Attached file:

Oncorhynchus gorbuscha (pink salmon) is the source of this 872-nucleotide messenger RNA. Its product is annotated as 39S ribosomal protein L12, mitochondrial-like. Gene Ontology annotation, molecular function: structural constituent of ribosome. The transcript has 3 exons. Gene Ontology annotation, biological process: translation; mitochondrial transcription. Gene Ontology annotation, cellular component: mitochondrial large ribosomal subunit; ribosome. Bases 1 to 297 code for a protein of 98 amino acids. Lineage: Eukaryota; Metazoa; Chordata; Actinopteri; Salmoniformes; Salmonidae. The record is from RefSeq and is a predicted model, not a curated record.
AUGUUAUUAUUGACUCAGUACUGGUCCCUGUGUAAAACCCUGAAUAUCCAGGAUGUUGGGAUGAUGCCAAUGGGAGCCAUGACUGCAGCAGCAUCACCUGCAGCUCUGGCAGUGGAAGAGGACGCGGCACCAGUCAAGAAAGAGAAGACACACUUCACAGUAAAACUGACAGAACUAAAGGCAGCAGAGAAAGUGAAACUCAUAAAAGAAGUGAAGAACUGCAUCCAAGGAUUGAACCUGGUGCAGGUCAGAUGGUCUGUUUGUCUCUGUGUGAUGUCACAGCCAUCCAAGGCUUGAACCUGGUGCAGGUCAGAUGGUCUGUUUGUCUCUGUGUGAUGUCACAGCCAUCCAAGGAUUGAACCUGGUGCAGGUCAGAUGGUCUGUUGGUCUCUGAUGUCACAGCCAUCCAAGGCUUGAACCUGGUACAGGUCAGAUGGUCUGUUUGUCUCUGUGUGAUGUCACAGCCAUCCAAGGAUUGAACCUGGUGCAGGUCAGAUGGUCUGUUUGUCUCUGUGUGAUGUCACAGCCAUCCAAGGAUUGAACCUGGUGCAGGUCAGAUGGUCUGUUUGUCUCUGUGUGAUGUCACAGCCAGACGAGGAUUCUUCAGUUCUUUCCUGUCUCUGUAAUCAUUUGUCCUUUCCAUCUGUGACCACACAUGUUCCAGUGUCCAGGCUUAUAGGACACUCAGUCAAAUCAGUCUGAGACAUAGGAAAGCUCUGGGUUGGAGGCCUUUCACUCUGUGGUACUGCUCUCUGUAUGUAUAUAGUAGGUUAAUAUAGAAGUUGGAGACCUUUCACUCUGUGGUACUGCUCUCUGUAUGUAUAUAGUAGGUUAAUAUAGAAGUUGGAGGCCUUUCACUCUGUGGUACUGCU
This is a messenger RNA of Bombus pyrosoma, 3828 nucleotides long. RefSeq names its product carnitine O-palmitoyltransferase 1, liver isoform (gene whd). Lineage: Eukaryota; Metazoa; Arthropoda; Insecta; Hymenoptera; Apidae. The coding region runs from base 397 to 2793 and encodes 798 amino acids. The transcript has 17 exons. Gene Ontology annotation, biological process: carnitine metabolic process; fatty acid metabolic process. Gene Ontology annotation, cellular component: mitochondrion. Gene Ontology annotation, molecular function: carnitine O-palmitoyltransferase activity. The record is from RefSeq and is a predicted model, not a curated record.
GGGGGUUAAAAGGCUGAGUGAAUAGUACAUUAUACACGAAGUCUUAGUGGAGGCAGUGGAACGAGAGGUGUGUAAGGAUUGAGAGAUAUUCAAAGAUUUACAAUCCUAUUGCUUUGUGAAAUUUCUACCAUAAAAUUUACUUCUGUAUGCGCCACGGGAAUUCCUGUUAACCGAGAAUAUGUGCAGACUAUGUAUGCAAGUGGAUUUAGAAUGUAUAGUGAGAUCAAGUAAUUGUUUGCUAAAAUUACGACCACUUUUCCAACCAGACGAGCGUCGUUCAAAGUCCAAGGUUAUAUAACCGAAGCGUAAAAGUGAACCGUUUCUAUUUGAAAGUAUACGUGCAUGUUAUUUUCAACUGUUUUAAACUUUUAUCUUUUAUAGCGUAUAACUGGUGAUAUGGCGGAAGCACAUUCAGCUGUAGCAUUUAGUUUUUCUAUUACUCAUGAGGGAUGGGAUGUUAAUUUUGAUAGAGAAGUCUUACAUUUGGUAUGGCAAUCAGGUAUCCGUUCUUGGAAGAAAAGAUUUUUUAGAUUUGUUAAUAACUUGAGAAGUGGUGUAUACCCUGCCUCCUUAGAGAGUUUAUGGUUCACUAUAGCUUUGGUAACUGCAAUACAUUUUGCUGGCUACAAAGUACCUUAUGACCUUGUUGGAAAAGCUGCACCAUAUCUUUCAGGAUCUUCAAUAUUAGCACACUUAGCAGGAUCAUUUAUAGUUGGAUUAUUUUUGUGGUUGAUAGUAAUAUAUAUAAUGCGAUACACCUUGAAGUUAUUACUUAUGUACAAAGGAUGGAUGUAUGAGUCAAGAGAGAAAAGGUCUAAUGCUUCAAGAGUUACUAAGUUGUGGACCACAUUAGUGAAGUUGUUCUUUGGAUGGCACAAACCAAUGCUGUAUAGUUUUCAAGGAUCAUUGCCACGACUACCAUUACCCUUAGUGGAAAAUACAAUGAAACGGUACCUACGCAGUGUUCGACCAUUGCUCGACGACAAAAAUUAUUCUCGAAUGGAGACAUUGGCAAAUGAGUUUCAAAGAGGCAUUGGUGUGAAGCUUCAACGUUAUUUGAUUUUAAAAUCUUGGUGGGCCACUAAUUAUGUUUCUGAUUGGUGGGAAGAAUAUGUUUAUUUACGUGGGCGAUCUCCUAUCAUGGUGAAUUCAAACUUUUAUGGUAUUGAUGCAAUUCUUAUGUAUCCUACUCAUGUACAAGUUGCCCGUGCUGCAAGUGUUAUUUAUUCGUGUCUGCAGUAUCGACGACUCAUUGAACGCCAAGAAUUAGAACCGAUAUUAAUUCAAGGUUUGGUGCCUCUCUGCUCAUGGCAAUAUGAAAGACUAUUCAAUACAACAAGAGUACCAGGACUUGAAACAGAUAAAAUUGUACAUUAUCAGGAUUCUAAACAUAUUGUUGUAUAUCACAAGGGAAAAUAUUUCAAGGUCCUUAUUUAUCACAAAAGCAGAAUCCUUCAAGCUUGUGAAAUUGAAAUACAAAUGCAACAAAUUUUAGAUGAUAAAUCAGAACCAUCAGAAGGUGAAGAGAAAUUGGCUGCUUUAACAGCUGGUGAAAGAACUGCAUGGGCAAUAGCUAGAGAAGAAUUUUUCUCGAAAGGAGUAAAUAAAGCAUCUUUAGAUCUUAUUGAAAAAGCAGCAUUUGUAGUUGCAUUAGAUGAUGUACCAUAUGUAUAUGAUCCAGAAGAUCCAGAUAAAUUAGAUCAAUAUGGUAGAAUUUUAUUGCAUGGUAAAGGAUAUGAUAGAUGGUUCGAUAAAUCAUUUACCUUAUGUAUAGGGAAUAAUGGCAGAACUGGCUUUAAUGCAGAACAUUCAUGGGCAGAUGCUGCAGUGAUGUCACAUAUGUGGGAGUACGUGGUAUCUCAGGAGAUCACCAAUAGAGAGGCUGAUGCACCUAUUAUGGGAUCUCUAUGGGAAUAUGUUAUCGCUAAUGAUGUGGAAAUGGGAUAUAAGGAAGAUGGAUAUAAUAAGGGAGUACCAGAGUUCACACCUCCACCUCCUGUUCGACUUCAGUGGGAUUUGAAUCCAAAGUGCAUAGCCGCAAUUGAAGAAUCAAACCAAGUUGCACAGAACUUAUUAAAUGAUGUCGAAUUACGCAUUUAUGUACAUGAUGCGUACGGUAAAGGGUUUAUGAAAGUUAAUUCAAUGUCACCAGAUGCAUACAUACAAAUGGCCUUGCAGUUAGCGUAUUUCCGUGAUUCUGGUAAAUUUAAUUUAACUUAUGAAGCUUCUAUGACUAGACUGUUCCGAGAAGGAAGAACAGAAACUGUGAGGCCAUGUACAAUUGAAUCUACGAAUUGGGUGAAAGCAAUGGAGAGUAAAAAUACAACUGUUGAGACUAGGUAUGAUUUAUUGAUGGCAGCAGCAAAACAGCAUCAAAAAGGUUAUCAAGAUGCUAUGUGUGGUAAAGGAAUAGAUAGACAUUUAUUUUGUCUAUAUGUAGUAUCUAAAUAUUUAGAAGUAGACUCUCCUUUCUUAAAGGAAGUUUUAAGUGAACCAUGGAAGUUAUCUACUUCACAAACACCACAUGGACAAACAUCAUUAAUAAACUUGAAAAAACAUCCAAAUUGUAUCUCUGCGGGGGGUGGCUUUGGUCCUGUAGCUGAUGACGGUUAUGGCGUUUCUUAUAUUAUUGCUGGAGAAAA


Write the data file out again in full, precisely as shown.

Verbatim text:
Oncorhynchus gorbuscha (pink salmon) is the source of this 872-nucleotide messenger RNA. Its product is annotated as 39S ribosomal protein L12, mitochondrial-like. Gene Ontology annotation, molecular function: structural constituent of ribosome. The transcript has 3 exons. Gene Ontology annotation, biological process: translation; mitochondrial transcription. Gene Ontology annotation, cellular component: mitochondrial large ribosomal subunit; ribosome. Bases 1 to 297 code for a protein of 98 amino acids. Lineage: Eukaryota; Metazoa; Chordata; Actinopteri; Salmoniformes; Salmonidae. The record is from RefSeq and is a predicted model, not a curated record.
AUGUUAUUAUUGACUCAGUACUGGUCCCUGUGUAAAACCCUGAAUAUCCAGGAUGUUGGGAUGAUGCCAAUGGGAGCCAUGACUGCAGCAGCAUCACCUGCAGCUCUGGCAGUGGAAGAGGACGCGGCACCAGUCAAGAAAGAGAAGACACACUUCACAGUAAAACUGACAGAACUAAAGGCAGCAGAGAAAGUGAAACUCAUAAAAGAAGUGAAGAACUGCAUCCAAGGAUUGAACCUGGUGCAGGUCAGAUGGUCUGUUUGUCUCUGUGUGAUGUCACAGCCAUCCAAGGCUUGAACCUGGUGCAGGUCAGAUGGUCUGUUUGUCUCUGUGUGAUGUCACAGCCAUCCAAGGAUUGAACCUGGUGCAGGUCAGAUGGUCUGUUGGUCUCUGAUGUCACAGCCAUCCAAGGCUUGAACCUGGUACAGGUCAGAUGGUCUGUUUGUCUCUGUGUGAUGUCACAGCCAUCCAAGGAUUGAACCUGGUGCAGGUCAGAUGGUCUGUUUGUCUCUGUGUGAUGUCACAGCCAUCCAAGGAUUGAACCUGGUGCAGGUCAGAUGGUCUGUUUGUCUCUGUGUGAUGUCACAGCCAGACGAGGAUUCUUCAGUUCUUUCCUGUCUCUGUAAUCAUUUGUCCUUUCCAUCUGUGACCACACAUGUUCCAGUGUCCAGGCUUAUAGGACACUCAGUCAAAUCAGUCUGAGACAUAGGAAAGCUCUGGGUUGGAGGCCUUUCACUCUGUGGUACUGCUCUCUGUAUGUAUAUAGUAGGUUAAUAUAGAAGUUGGAGACCUUUCACUCUGUGGUACUGCUCUCUGUAUGUAUAUAGUAGGUUAAUAUAGAAGUUGGAGGCCUUUCACUCUGUGGUACUGCU
This is a messenger RNA of Bombus pyrosoma, 3828 nucleotides long. RefSeq names its product carnitine O-palmitoyltransferase 1, liver isoform (gene whd). Lineage: Eukaryota; Metazoa; Arthropoda; Insecta; Hymenoptera; Apidae. The coding region runs from base 397 to 2793 and encodes 798 amino acids. The transcript has 17 exons. Gene Ontology annotation, biological process: carnitine metabolic process; fatty acid metabolic process. Gene Ontology annotation, cellular component: mitochondrion. Gene Ontology annotation, molecular function: carnitine O-palmitoyltransferase activity. The record is from RefSeq and is a predicted model, not a curated record.
GGGGGUUAAAAGGCUGAGUGAAUAGUACAUUAUACACGAAGUCUUAGUGGAGGCAGUGGAACGAGAGGUGUGUAAGGAUUGAGAGAUAUUCAAAGAUUUACAAUCCUAUUGCUUUGUGAAAUUUCUACCAUAAAAUUUACUUCUGUAUGCGCCACGGGAAUUCCUGUUAACCGAGAAUAUGUGCAGACUAUGUAUGCAAGUGGAUUUAGAAUGUAUAGUGAGAUCAAGUAAUUGUUUGCUAAAAUUACGACCACUUUUCCAACCAGACGAGCGUCGUUCAAAGUCCAAGGUUAUAUAACCGAAGCGUAAAAGUGAACCGUUUCUAUUUGAAAGUAUACGUGCAUGUUAUUUUCAACUGUUUUAAACUUUUAUCUUUUAUAGCGUAUAACUGGUGAUAUGGCGGAAGCACAUUCAGCUGUAGCAUUUAGUUUUUCUAUUACUCAUGAGGGAUGGGAUGUUAAUUUUGAUAGAGAAGUCUUACAUUUGGUAUGGCAAUCAGGUAUCCGUUCUUGGAAGAAAAGAUUUUUUAGAUUUGUUAAUAACUUGAGAAGUGGUGUAUACCCUGCCUCCUUAGAGAGUUUAUGGUUCACUAUAGCUUUGGUAACUGCAAUACAUUUUGCUGGCUACAAAGUACCUUAUGACCUUGUUGGAAAAGCUGCACCAUAUCUUUCAGGAUCUUCAAUAUUAGCACACUUAGCAGGAUCAUUUAUAGUUGGAUUAUUUUUGUGGUUGAUAGUAAUAUAUAUAAUGCGAUACACCUUGAAGUUAUUACUUAUGUACAAAGGAUGGAUGUAUGAGUCAAGAGAGAAAAGGUCUAAUGCUUCAAGAGUUACUAAGUUGUGGACCACAUUAGUGAAGUUGUUCUUUGGAUGGCACAAACCAAUGCUGUAUAGUUUUCAAGGAUCAUUGCCACGACUACCAUUACCCUUAGUGGAAAAUACAAUGAAACGGUACCUACGCAGUGUUCGACCAUUGCUCGACGACAAAAAUUAUUCUCGAAUGGAGACAUUGGCAAAUGAGUUUCAAAGAGGCAUUGGUGUGAAGCUUCAACGUUAUUUGAUUUUAAAAUCUUGGUGGGCCACUAAUUAUGUUUCUGAUUGGUGGGAAGAAUAUGUUUAUUUACGUGGGCGAUCUCCUAUCAUGGUGAAUUCAAACUUUUAUGGUAUUGAUGCAAUUCUUAUGUAUCCUACUCAUGUACAAGUUGCCCGUGCUGCAAGUGUUAUUUAUUCGUGUCUGCAGUAUCGACGACUCAUUGAACGCCAAGAAUUAGAACCGAUAUUAAUUCAAGGUUUGGUGCCUCUCUGCUCAUGGCAAUAUGAAAGACUAUUCAAUACAACAAGAGUACCAGGACUUGAAACAGAUAAAAUUGUACAUUAUCAGGAUUCUAAACAUAUUGUUGUAUAUCACAAGGGAAAAUAUUUCAAGGUCCUUAUUUAUCACAAAAGCAGAAUCCUUCAAGCUUGUGAAAUUGAAAUACAAAUGCAACAAAUUUUAGAUGAUAAAUCAGAACCAUCAGAAGGUGAAGAGAAAUUGGCUGCUUUAACAGCUGGUGAAAGAACUGCAUGGGCAAUAGCUAGAGAAGAAUUUUUCUCGAAAGGAGUAAAUAAAGCAUCUUUAGAUCUUAUUGAAAAAGCAGCAUUUGUAGUUGCAUUAGAUGAUGUACCAUAUGUAUAUGAUCCAGAAGAUCCAGAUAAAUUAGAUCAAUAUGGUAGAAUUUUAUUGCAUGGUAAAGGAUAUGAUAGAUGGUUCGAUAAAUCAUUUACCUUAUGUAUAGGGAAUAAUGGCAGAACUGGCUUUAAUGCAGAACAUUCAUGGGCAGAUGCUGCAGUGAUGUCACAUAUGUGGGAGUACGUGGUAUCUCAGGAGAUCACCAAUAGAGAGGCUGAUGCACCUAUUAUGGGAUCUCUAUGGGAAUAUGUUAUCGCUAAUGAUGUGGAAAUGGGAUAUAAGGAAGAUGGAUAUAAUAAGGGAGUACCAGAGUUCACACCUCCACCUCCUGUUCGACUUCAGUGGGAUUUGAAUCCAAAGUGCAUAGCCGCAAUUGAAGAAUCAAACCAAGUUGCACAGAACUUAUUAAAUGAUGUCGAAUUACGCAUUUAUGUACAUGAUGCGUACGGUAAAGGGUUUAUGAAAGUUAAUUCAAUGUCACCAGAUGCAUACAUACAAAUGGCCUUGCAGUUAGCGUAUUUCCGUGAUUCUGGUAAAUUUAAUUUAACUUAUGAAGCUUCUAUGACUAGACUGUUCCGAGAAGGAAGAACAGAAACUGUGAGGCCAUGUACAAUUGAAUCUACGAAUUGGGUGAAAGCAAUGGAGAGUAAAAAUACAACUGUUGAGACUAGGUAUGAUUUAUUGAUGGCAGCAGCAAAACAGCAUCAAAAAGGUUAUCAAGAUGCUAUGUGUGGUAAAGGAAUAGAUAGACAUUUAUUUUGUCUAUAUGUAGUAUCUAAAUAUUUAGAAGUAGACUCUCCUUUCUUAAAGGAAGUUUUAAGUGAACCAUGGAAGUUAUCUACUUCACAAACACCACAUGGACAAACAUCAUUAAUAAACUUGAAAAAACAUCCAAAUUGUAUCUCUGCGGGGGGUGGCUUUGGUCCUGUAGCUGAUGACGGUUAUGGCGUUUCUUAUAUUAUUGCUGGAGAAAA